For the 15 non-EU G20 members, the data presented have been extracted from a range of international sources, namely the United Nations Educational, Scientific and Cultural Organisation, the United Nations Statistics Division and the International Labour Organization. For some of the indicators shown a range of international statistical sources are available, each with their own policies and practices concerning data management (for example, concerning data validation, correction of errors, estimation of missing data, and frequency of updating). In general, attempts have been made to use only one source for each indicator in order to provide a comparable analysis between the members.


Education and training help foster economic growth, enhance productivity, contribute to people’s personal and social development, and reduce social inequalities. In this light, education and training has the potential to play a vital role in both an economic and social context. Education statistics cover a range of subjects, including: expenditure, personnel, participation rates and attainment. The standards for international statistics on education are set by three international organisations: the Institute for Statistics of the United Nations Educational, Scientific and Cultural Organisation; the OECD; and Eurostat.

The classification used to distinguish different levels of education is the International Standard Classification of Education (ISCED). The version used in this publication is ISCED 1997 which has seven levels of education.

  • Level 0 pre-primary education — for children aged at least three years.
  • Level 1 primary education — begins between five and seven years of age.
  • Level 2 lower secondary education — usually, the end of this level coincides with the end of compulsory education.
  • Level 3 upper secondary education — entrance age is typically 15 or 16 years.
  • Level 4 post-secondary non-tertiary education — between upper secondary and tertiary education; serves to broaden the knowledge of level 3 graduates.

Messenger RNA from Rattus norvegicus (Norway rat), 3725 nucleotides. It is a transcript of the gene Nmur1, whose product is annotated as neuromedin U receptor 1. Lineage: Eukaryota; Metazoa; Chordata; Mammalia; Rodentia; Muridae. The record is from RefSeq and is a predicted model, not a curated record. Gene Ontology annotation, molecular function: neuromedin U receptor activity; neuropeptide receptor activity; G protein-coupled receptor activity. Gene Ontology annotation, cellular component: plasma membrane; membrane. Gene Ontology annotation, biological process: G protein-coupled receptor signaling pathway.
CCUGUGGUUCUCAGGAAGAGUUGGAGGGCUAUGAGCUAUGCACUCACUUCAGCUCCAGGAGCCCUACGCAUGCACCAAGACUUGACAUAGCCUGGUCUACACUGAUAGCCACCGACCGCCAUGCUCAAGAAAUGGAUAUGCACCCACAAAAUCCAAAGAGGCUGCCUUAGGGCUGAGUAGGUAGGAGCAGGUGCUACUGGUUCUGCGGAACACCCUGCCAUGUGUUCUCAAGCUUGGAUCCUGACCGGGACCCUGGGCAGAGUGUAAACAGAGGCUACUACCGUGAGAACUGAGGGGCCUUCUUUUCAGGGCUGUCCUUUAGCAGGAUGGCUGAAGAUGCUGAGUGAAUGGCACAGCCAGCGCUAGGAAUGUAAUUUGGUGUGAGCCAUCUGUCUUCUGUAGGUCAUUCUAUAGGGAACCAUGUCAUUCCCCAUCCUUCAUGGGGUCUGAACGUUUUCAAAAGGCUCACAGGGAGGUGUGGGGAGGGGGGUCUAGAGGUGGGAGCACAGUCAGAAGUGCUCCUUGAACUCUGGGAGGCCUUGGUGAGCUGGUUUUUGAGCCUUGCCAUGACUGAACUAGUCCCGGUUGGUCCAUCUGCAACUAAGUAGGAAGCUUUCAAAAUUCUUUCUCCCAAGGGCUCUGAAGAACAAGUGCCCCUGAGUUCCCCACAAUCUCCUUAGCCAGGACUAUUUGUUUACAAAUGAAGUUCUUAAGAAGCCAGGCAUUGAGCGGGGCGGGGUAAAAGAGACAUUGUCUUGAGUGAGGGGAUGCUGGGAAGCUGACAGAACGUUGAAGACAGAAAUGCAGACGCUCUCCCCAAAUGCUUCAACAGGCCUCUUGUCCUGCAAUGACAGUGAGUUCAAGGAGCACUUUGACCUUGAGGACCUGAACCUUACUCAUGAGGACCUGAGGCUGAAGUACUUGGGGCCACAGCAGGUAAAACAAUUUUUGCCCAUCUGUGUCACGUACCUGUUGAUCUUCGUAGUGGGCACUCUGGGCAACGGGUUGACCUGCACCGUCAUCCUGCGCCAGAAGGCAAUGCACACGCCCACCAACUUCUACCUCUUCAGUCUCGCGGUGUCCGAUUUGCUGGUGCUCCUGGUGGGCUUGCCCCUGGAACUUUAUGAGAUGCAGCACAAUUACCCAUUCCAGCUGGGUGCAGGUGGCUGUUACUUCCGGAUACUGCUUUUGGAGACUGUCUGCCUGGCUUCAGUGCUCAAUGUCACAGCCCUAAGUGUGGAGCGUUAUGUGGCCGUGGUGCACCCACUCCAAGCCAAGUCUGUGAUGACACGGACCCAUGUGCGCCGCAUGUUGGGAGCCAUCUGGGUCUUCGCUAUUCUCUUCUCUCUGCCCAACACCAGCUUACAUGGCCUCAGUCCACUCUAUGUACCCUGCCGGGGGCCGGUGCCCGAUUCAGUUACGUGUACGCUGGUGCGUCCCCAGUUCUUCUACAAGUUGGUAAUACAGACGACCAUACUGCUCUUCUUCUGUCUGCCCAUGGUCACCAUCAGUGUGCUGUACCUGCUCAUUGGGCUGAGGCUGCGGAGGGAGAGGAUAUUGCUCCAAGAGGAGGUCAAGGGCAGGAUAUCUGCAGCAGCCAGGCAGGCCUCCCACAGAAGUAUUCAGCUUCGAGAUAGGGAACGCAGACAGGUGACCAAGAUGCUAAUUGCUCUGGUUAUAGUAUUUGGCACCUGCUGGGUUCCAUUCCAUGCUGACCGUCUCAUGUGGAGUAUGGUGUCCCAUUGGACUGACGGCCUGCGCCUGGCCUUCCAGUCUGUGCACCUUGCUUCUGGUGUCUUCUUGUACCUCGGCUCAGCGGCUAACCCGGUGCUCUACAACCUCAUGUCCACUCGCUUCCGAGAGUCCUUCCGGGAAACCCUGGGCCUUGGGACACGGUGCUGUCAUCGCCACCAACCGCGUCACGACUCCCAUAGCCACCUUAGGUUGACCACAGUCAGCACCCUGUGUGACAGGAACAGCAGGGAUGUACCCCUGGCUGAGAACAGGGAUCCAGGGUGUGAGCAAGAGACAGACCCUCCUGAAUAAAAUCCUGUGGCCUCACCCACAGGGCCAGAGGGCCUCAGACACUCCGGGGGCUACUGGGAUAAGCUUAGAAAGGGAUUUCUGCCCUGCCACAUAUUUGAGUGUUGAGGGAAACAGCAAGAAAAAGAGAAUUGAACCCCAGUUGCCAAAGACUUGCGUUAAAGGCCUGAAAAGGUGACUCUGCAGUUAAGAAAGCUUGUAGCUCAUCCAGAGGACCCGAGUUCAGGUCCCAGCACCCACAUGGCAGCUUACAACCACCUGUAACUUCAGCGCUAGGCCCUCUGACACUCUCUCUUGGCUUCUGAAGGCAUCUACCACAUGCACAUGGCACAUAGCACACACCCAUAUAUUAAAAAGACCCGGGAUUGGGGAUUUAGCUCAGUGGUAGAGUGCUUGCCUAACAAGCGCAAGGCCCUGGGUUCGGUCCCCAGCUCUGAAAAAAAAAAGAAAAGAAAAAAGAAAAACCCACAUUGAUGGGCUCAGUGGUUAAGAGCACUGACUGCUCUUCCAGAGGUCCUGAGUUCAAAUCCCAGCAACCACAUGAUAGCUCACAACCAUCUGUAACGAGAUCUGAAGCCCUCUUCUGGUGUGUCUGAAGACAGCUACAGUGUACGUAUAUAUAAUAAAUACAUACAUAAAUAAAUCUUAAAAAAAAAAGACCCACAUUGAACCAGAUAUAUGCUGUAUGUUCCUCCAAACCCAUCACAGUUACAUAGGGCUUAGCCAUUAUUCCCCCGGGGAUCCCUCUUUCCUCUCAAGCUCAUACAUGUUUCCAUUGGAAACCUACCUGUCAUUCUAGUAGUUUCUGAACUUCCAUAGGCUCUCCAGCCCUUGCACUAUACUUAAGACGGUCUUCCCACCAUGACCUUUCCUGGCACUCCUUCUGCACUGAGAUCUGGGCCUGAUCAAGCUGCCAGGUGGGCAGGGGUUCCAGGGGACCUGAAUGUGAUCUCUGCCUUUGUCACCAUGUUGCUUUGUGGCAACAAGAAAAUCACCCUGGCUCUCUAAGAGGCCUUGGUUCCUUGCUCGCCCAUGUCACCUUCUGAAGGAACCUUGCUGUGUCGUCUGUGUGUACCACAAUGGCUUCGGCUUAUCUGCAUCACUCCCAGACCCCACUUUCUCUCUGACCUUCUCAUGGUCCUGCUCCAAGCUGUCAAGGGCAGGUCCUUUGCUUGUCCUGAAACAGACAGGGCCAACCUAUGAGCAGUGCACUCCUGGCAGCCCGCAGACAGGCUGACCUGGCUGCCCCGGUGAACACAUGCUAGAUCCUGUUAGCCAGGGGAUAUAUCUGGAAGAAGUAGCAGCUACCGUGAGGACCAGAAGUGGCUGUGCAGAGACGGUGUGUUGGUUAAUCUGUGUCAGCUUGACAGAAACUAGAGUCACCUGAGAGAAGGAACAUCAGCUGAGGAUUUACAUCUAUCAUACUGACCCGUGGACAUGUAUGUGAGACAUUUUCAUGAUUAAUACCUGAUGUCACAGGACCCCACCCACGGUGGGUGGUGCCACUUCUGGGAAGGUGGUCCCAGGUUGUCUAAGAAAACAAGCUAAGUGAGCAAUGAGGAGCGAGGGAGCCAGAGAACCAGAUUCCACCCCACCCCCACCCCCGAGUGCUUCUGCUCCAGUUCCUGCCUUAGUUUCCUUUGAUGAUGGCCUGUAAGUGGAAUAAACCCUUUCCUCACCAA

• Levels 5 and 6 first and second stages of tertiary education — includes programmes with academic and occupational orientations as well as those that lead to an advanced research qualification.

As from 2014 onward, the new ISCED 2011 version of the classification is used in the European Union and some of the G20 countries but not all. However the aggregated levels used here are not affected by the changes which occurred in more detailed subcategories.

See also

Further Eurostat information


Main tables

Education (t_educ)
Education indicators - non-finance (t_educ_indic)
Participation in early childhood education (tps00179)


Education (educ)
Education indicators - non-finance (educ_indic)
Pupil/Student - teacher ratio and average class size (ISCED 1-3) (educ_iste)
Indicators on education finance (educ_finance)
Expenditure on education as % of GDP or public expenditure (educ_figdp)
Expenditure on public educational institutions (educ_fipubin)
Enrolments, graduates, entrants, personnel and language learning - absolute numbers (educ_isced97)
Students by ISCED level, age and sex (educ_enrl1tl)
Youth employment (yth_empl)
Young people not in employment and not in any education and training by sex, age and activity status (yth_empl_150)

Dedicated section

Source data for tables and figures (MS Excel)

Excel.jpg Education and training: tables and figures

External links

  • International Labour Organization ILO
  • United Nations Educational, Scientific and Cultural Organization UNESCO
  • United Nations Statistics Division
  • World Bank